Singer argues that, just as we're obliged to save a drowning child at modest cost to ourselves (e.g. ruining an expensive suit), so we're obliged to help the distant needy when we're in a position to do so (e.g. by donating to GiveWell-recommended aid organizations). People often balk at this comparison, but I don't see any plausible grounds for escaping the conclusion that we have similarly strong reasons to act in either case.
What's more, I don't think this particular result is really all that counter-intuitive, either. Of course we have incredibly strong reasons to save innocent lives whenever we can! What could be more important, or more worth choosing, than that? This claim about the strengths of various reasons for action -- call it the Act Evaluation -- is eminently plausible.
What is counter-intuitive, I think, is the putative implication that when we fail to donate to effective charities we are thereby just as bad, or as blameworthy, as a person who lets a child drown before their eyes. (Call this the Character Evaluation.) Such a person, we feel, would have to be monstrously callous. As for ourselves, we may not be saints, but at least we are surely not moral monsters. Thus the comparison strikes us as preposterous.
I think this objection to the Character Evaluation is spot on. Consider a quality of will account, on which we are blameworthy to the extent that our actions manifest an insufficient degree of good will (e.g. concern for others). And now notice that differences in what strikes us as salient may lead us to act differently even if there's no difference in our quality of will (or altruistic concern). In particular, our concern for others is much more likely to trigger altruistic action when another's need is made vividly salient to us -- as when we see a child drowning right before our eyes, as opposed to hearing abstract descriptions of the needs of distant strangers.
It seems to be a fact of human psychology that you would need to be a much more callous person to neglect a child drowning before your eyes, than to neglect the needs of distant strangers. I think it is this fact that we are correctly picking up on when we look askance at Singer's analogy. But this fact also shows us why the Act Evaluation does not entail the Character Evaluation, so that our intuitive resistance to the latter should not prevent us from accepting the former. After all, while facts about salience and the psychological vividness might well affect how blameworthy an act of apparent neglect is (since to neglect vivid and salient needs is to manifest a greater callousness than is found in our commonplace neglect of distant strangers' needs), these facts about our own psychologies can't plausibly be taken to affect how choice-worthy the various actions are.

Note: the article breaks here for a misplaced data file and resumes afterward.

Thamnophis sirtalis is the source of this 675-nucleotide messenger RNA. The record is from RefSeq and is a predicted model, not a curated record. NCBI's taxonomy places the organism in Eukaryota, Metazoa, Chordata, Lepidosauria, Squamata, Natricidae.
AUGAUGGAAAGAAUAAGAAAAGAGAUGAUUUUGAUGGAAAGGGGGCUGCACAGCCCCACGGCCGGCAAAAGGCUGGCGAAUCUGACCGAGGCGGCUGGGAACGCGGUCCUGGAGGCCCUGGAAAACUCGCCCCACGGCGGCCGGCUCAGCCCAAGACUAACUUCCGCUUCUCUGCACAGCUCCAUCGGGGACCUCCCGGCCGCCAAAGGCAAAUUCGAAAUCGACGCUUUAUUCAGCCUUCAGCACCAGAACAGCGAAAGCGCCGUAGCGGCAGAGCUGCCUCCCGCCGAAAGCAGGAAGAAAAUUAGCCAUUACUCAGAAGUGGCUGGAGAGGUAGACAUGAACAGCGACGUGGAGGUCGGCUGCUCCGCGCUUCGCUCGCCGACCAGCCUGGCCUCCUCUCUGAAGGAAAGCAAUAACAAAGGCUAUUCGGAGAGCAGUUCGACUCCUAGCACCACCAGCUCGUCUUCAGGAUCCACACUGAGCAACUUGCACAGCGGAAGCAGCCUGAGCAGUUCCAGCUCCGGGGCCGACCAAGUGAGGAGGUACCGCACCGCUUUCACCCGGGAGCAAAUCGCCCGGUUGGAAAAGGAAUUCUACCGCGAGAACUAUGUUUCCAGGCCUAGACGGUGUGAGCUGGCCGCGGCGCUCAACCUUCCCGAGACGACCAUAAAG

Some confusion may arise due to the ambiguity of 'obligation' talk. Obligation is often understood as closely related to blameworthiness. (Roughly: you're blameworthy if you violate an obligation without an excuse.) Maybe that's the most natural reading. But this moral category ends up being a somewhat convoluted construction that fundamentally concerns character rather than act evaluation. And Singer's argument really only works if we're talking about basic act evaluation (i.e., choice-worthiness, or reasons for action). So perhaps it's unhelpful for consequentialists to speak of 'obligation' here when we're really concerned with the 'ought' of choice-worthiness.
Terminology aside, though, I take it that in practical deliberation we should be concerned with making choice-worthy choices, rather than just avoiding blameworthiness. (Akratic as we are, we might at least adopt the latter standard as a minimum "baseline" that we must meet to maintain our self-respect as moral agents. But it's always better to do better...)
(1) The Character Evaluation is intuitively mistaken, because blameworthiness depends on quality of will, and equally choiceworthy acts might exemplify different degrees of moral (un)concern if the morally relevant features are psychologically much more vivid and salient in one case than the other. In particular, letting a child drown before your eyes plausibly exemplifies (at least in typical human agents) a much greater degree of callousness and lack of concern for others than is involved in our failure to save distant strangers.
(2) The Act Evaluation is plausibly true, since the choice-worthiness of an act depends just on the morally relevant features of the situation, and not on how psychologically vivid and salient these features are to us.
(3) Once we clearly distinguish the Act Evaluation from the Character Evaluation, we may find that only the latter is counter-intuitive, whereas the former is actually quite plausible.
On a more practical note, I hope that by explicitly severing the connection to negative moral emotions (guilt, blame, etc.), the Act Evaluation becomes less apt to provoke defensive responses from people -- You can accept it without thinking yourself a horrible person! Yay! -- and I think it can even start to sound positively appealing. And from there one might be inspired to take some initial steps towards making more of these incredibly choice-worthy decisions, e.g. by joining Giving What We Can or similar philanthropic movements. And that would be cool. Not because you're a moral monster if you don't. But just because it's really worth doing.